The reason Energy Harbor might not want the money is that late last year, the Federal Energy Regulatory Commission ruled that power generation companies that receive state subsidies (like the ones offered by HB6) can only sell their electricity in the region’s long-term, regional capacity market at a higher rate that what they would otherwise be able to charge. This “minimum offer price rule” would likely make it much harder for Energy Harbor to sell electricity from the two nuclear plants………..

House and Senate leaders are still working to craft an HB6 reform plan that has the votes to pass both chambers. The main reform plan, House Bill 798, would delay the start of the bailout until 2022 to provide time for an audit to be conducted.

When asked whether lawmakers were close to a deal, Seitz said, “That’s kind of above my pay grade.”

But if an HB6 reform proposal does move forward, Seitz said lawmakers critical of HB6 will have “a binary choice” to make.
“For those of you that would like to repeal House Bill 6 or would like to do other things with House Bill 6,” Seitz said, “Well, your choice is this or let House Bill 6 continue.”
State Rep. David Leland, a Columbus Democrat, criticized the proposal in a statement.

“Energy Harbor is a corporation under investigation for orchestrating the largest bribery scandal in Ohio history,” Leland said, “and now Republicans want to let it decide whether to take $1.3 billion straight out of the pockets of everyday Ohioans.”

December 22, 2020 Posted by | business and costs, Legal, politics, secrets,lies and civil liberties, USA | Leave a comment

Major Japan life insurers shun investing in nuclear weapons-linked firms

December 22, 2020 Posted by | business and costs, Japan, opposition to nuclear, weapons and war | Leave a comment

World powers renew commitment to preserve Iran nuclear deal

World powers renew commitment to preserve Iran nuclear deal
Remaining parties to landmark 2015 deal reaffirm commitment as Iran’s nuclear programme’s chief slams a Parliament bill.   
Aljazeera, Maziar Motamedi, 21 Dec 2020, Tehran, Iran – The remaining parties to a landmark nuclear deal they signed with Iran in 2015 have renewed their commitment to preserving the accord in an online meeting.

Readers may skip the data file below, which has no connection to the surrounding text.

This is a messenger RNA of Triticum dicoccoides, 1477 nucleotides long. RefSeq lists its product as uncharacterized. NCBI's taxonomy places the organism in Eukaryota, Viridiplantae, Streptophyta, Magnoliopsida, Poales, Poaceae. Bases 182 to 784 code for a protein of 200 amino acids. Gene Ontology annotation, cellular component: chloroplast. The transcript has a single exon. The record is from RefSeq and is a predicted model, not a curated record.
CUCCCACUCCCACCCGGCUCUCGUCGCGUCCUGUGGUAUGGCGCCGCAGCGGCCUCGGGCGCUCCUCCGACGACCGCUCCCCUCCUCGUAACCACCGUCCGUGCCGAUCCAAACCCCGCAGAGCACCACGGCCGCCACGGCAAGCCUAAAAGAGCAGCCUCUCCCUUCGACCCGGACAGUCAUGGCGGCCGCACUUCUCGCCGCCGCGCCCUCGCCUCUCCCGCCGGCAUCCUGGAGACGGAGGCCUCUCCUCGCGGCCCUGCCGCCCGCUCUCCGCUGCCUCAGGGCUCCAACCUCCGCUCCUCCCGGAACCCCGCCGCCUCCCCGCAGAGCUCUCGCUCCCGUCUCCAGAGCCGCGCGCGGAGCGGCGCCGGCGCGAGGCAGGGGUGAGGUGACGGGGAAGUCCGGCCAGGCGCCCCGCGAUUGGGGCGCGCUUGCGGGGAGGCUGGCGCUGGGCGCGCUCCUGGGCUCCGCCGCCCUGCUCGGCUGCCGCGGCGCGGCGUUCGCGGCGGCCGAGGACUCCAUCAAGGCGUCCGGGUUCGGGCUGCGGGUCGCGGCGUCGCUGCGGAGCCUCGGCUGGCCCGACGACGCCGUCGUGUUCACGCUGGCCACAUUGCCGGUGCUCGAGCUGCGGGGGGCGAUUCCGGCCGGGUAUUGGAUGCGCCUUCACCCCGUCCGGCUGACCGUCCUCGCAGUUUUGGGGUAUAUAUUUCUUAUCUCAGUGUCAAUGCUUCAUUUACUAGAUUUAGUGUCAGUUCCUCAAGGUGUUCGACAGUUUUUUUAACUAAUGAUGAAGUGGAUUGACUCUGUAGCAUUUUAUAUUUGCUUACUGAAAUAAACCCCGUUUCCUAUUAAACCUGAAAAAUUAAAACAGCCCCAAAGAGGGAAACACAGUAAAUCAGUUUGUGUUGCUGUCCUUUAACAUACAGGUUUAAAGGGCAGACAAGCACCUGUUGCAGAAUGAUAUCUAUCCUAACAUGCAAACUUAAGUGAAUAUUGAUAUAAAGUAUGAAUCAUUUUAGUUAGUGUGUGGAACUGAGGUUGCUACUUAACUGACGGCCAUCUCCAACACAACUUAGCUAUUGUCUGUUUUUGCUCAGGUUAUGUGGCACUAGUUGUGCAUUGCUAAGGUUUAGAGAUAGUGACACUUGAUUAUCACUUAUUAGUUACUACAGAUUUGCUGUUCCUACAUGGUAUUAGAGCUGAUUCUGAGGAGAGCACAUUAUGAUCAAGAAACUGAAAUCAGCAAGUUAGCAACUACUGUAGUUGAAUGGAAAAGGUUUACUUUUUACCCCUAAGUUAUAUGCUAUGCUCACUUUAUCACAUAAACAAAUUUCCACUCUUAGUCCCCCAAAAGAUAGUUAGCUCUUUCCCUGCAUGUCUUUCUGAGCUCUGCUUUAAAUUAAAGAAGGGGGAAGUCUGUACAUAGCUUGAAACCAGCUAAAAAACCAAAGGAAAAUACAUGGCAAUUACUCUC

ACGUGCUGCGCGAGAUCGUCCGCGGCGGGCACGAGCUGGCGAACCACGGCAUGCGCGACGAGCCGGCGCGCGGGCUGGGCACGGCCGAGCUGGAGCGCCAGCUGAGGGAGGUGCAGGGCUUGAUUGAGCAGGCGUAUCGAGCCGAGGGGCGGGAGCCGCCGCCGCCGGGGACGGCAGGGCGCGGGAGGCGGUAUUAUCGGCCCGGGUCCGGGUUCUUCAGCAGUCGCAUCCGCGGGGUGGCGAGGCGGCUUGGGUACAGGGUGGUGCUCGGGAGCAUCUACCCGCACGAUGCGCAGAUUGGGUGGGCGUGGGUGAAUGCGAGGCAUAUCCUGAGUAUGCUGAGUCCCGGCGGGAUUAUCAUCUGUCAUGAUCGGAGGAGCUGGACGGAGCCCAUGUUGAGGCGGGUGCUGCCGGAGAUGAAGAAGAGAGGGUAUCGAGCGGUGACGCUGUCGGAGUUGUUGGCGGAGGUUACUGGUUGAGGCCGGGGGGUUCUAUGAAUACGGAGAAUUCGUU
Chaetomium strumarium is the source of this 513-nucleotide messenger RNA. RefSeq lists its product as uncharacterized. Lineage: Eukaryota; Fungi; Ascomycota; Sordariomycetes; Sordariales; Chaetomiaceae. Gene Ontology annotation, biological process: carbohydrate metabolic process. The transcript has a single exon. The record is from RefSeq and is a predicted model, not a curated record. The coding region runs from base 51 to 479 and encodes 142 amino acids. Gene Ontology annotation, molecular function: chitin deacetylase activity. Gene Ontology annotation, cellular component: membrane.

The foreign ministers of Iran, Germany, France, the United Kingdom, China and Russia participated in a two-hour meeting chaired by the European Union’s foreign policy chief, Josep Borrell, on Monday.

In a tweet before the meeting, Borrell said the aim is to “re-emphasise our commitment to preserve” the Joint Comprehensive Plan of Action (JCPOA), as the nuclear deal is formally known.

A joint statement following the meeting said the ministers “discussed that full and effective implementation of the JCPOA by all remains crucial and discussed the need to address ongoing implementation challenges, including on nuclear non-proliferation and sanctions lifting commitments”.

The foreign ministers recognised the deal, enshrined in Resolution 2231 of the United Nations Security Council, as a “key element” in the global non-proliferation regime and a diplomatic achievement contributing to regional and international peace……..

US President-elect Joe Biden has promised to bring his country back into the deal and lift sanctions but has hinted that more negotiations are needed on Iran’s missiles programme and regional influence.

The European signatories of the nuclear deal have also made similar remarks, but Iran has categorically rejected any further negotiations, saying the nuclear deal must be implemented as negotiated and signed in 2015……………..

December 22, 2020 Posted by | Iran, politics international | Leave a comment